The CDC has issued a new directive requiring passengers arriving from Ebola-stricken countries to provide contact information on arrival.
This applies to anyone who has been in either Guinea or the Democratic Republic of the Congo in the past 21 days, and applies to arrivals at New York JFK, Newark, Atlanta, Chicago O’Hare, Los Angeles and Washington Dulles. This covers roughly 60 passengers per day on average. The CDC imposed and bungled similar rules at the start of the Covid-19 pandemic.
Ebola virus disease was first identified in 1976 and takes its name from a village in Democratic Republic of the Congo near the Ebola River. The 1995 film Outbreak starring Dustin Hoffman, Rene Russo, Morgan Freeman, Donald Sutherland, Cuba Gooding Jr., Kevin Spacey and Patrick Dempsey brought Ebola to widespread awareness.
Symptoms generally begin with fever, muscle pain, headaches and sore throat and are followed by vomiting and diarrhea. Dehydration causes reduced liver and kidney function, and fluid loss is a primary reason it has a death rate of around 50% in sub-Saharan Africa where the virus is most prevalent.
The virus is believed to transmit through bodily fluids, and occasionally large respiratory droplets from the very sick, but is not aerosolized. However, fluids on surfaces can live for hours or days. It is important that airlines continue their intensive Covid-19 cleaning regimens for non-Covid reasons. It is also believed possible to transmit Ebola sexually.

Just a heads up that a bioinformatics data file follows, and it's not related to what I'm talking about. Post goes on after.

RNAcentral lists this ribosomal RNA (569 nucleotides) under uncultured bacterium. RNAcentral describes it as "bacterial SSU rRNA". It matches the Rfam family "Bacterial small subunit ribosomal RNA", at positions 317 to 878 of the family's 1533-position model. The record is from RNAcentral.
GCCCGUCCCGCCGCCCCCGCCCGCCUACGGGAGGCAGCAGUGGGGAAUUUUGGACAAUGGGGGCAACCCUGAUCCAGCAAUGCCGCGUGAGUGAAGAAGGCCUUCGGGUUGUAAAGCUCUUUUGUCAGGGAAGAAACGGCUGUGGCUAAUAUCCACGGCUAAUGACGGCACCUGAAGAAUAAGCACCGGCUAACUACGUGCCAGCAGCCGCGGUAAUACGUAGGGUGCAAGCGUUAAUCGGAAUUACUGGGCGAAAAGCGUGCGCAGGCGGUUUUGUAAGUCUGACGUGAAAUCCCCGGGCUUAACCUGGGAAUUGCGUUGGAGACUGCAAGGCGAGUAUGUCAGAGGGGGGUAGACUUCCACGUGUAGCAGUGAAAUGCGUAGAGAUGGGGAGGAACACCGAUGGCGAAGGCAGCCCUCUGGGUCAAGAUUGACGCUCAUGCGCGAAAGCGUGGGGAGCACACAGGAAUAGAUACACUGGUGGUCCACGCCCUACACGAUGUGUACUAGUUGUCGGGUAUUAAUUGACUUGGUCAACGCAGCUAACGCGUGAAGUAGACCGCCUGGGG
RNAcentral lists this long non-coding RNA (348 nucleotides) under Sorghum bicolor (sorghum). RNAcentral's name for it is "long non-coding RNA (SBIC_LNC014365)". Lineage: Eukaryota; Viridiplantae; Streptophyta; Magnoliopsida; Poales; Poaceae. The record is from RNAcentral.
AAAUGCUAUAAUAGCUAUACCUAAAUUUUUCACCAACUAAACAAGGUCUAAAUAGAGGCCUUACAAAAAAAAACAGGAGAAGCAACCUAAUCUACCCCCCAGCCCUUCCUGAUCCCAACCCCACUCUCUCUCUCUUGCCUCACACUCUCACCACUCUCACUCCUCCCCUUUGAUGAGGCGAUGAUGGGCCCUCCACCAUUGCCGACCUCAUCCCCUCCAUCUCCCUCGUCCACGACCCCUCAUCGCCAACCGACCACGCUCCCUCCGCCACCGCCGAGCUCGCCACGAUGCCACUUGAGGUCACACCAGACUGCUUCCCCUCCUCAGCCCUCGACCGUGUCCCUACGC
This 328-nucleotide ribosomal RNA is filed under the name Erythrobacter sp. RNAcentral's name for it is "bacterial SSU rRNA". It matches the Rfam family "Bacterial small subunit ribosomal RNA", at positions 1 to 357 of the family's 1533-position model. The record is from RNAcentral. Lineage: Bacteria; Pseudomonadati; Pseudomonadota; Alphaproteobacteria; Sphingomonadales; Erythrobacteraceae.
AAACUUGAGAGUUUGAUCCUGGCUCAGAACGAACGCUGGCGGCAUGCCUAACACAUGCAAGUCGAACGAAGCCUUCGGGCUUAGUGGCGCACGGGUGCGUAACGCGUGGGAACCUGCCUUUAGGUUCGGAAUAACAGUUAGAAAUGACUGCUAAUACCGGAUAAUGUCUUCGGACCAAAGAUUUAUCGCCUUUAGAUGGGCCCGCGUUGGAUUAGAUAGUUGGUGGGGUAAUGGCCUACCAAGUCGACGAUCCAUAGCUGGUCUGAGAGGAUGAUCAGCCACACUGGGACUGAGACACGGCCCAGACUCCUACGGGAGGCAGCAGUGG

The good news is that if Ebola did begin to spread in the U.S., Merck has an already-approved vaccine. It uses attenuated live virus and gained FDA authorization just before the start of the Covid-19 pandemic. There are also effective antibody treatments (Regeneron’s Inmazeb monoclonal antibody cocktail was approved by the FDA in October).
In hindsight though, Holiday Inn may not have wanted to treat it as a joking matter.